No, not a mind-boggling “murmuration” of thousands of Starlings in highly synchronised manoeuvres, just six of them in a quick fly-past.
I have been silent on my blog site for far too long. Following our return from investigating Myna problems on Mayotte late last year (see blog of 2 November 2019) I returned to UK, but Christine remained in Seychelles. Shortly after I left, pneumonia incapacitated her for about three months. Our plan for her to come to UK in March was then thwarted by the advent of covid-19, which prevented travel for both of us and has led to my lockdown at home.
I live in a small village in south-east England, in an area of mixed woodland, gardens, grassland (mainly for horses and sheep, with some llamas), and limited arable production, while in front of my house is a well-kept green used for cricket matches in summer and general recreation at other times. When I first moved here in 1993, flocks of starlings probed the turf on the green for insects and their larvae and noisily squabbled over food on my garden bird table and hanging feeders. In a large conifer tree behind my garden 2-300 starlings roosted at night in winter.
Prior to moving to this village, I had studied Starlings while working for the then Ministry of Agriculture, Fisheries and Food. The huge Starling population of the British Isles was causing extensive economic damage on farms by eating animal feed (with an associated risk of introducing disease among farm animals), ripening fruit (especially cherries) and germinating crops. In addition, vast flocks posed a potential bird strike hazard near military and civil airports and large numbers roosted at night in city centres, fouling buildings and parked vehicles, and rendering footpaths and roads dangerously slippery with their copious droppings.
During my studies the UK Starling population appeared to be in decline, but it was unclear whether this represented a downturn during cyclic fluctuations in Starling numbers, or the start of a long-lasting decline (in 1987 I write a short article on this for the British Trust for Ornithology’s newsletter “BTO News”). Unfortunately, it has proved to be a long-term decline which continues today, as a result of which we now have less than a one-fifth of the Starlings in UK that we had in the 1970s.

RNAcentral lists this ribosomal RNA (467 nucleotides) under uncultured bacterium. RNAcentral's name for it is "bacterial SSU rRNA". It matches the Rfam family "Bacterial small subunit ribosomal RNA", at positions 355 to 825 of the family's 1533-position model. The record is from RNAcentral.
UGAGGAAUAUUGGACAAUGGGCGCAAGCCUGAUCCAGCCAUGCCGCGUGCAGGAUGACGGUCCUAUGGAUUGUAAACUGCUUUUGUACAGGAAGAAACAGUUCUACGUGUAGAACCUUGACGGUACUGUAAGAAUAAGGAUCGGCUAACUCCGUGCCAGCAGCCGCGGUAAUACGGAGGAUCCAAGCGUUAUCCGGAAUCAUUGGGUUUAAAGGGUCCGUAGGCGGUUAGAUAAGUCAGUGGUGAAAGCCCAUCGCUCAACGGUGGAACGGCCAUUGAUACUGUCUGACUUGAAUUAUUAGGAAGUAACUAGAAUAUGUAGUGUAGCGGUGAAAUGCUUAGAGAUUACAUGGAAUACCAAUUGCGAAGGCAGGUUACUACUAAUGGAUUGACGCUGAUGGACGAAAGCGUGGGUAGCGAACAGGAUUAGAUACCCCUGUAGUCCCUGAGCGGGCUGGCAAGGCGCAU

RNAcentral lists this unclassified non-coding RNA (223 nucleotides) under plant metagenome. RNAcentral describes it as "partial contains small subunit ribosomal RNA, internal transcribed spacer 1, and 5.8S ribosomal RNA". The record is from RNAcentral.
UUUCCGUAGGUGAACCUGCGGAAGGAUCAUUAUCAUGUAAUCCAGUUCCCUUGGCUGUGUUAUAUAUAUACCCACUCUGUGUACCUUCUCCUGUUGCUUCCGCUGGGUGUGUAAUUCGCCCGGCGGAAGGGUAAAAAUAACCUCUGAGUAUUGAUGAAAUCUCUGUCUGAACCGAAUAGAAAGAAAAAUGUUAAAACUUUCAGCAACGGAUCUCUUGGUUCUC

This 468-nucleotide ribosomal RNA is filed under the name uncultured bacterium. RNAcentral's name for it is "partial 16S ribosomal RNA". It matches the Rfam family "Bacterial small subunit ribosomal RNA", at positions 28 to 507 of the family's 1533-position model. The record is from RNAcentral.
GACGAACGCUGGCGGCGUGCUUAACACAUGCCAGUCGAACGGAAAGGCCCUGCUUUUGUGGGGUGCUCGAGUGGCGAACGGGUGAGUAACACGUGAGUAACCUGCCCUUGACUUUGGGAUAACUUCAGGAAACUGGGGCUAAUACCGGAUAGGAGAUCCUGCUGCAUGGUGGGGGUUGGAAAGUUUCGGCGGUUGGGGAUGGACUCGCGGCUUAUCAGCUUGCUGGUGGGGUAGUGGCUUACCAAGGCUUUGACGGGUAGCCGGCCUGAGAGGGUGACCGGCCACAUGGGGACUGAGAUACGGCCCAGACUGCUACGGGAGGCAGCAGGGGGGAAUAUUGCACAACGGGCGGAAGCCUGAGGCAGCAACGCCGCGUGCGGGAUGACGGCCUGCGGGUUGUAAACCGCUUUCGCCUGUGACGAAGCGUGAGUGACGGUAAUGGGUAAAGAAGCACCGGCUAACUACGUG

My own experience in my part of the village reflects the bird’s national status. I have not seen a Starling in my garden (despite putting food out) or on the cricket green since the turn of the century. A very small number of Starlings still survives in a part of the village close to grass fields used for grazing horses, sheep and llamas but I have not seen them venturing in my direction.
During the covid-19 lockdown, many people in village indulge in the “clap for carers” (started in Europe in appreciation of all the people who care for infected and vulnerable people, at considerable risk to themselves and their families), at 2000 h on Thursday evenings. My kind neighbours who do all my food shopping while I am confined to my house and garden, and I join in the clapping, observing the government’s social distancing rules. While waiting for the striking bell of the village church on 21 May, I was amazed to see a group of six Starlings fling down the edge of the cricket green and over my house, heading towards that part of the village where a few remain. During my studies for the Ministry of Agriculture I would never have believed that the sighting of a small party of Starlings would engender such excitement!